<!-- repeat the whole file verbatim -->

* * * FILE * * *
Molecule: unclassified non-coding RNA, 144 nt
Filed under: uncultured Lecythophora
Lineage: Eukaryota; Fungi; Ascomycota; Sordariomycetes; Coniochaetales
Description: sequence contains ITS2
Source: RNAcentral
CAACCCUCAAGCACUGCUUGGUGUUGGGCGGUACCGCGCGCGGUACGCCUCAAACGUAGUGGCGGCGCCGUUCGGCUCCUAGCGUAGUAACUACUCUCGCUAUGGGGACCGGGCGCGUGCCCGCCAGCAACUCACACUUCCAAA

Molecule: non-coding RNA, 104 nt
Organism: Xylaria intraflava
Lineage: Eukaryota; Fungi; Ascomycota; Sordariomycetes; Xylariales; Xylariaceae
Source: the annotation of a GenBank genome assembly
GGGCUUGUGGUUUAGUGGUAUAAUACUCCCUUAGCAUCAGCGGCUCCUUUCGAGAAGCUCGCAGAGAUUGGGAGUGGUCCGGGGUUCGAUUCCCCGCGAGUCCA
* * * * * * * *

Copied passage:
Molecule: unclassified non-coding RNA, 144 nt
Filed under: uncultured Lecythophora
Lineage: Eukaryota; Fungi; Ascomycota; Sordariomycetes; Coniochaetales
Description: sequence contains ITS2
Source: RNAcentral
CAACCCUCAAGCACUGCUUGGUGUUGGGCGGUACCGCGCGCGGUACGCCUCAAACGUAGUGGCGGCGCCGUUCGGCUCCUAGCGUAGUAACUACUCUCGCUAUGGGGACCGGGCGCGUGCCCGCCAGCAACUCACACUUCCAAA

Molecule: non-coding RNA, 104 nt
Organism: Xylaria intraflava
Lineage: Eukaryota; Fungi; Ascomycota; Sordariomycetes; Xylariales; Xylariaceae
Source: the annotation of a GenBank genome assembly
GGGCUUGUGGUUUAGUGGUAUAAUACUCCCUUAGCAUCAGCGGCUCCUUUCGAGAAGCUCGCAGAGAUUGGGAGUGGUCCGGGGUUCGAUUCCCCGCGAGUCCA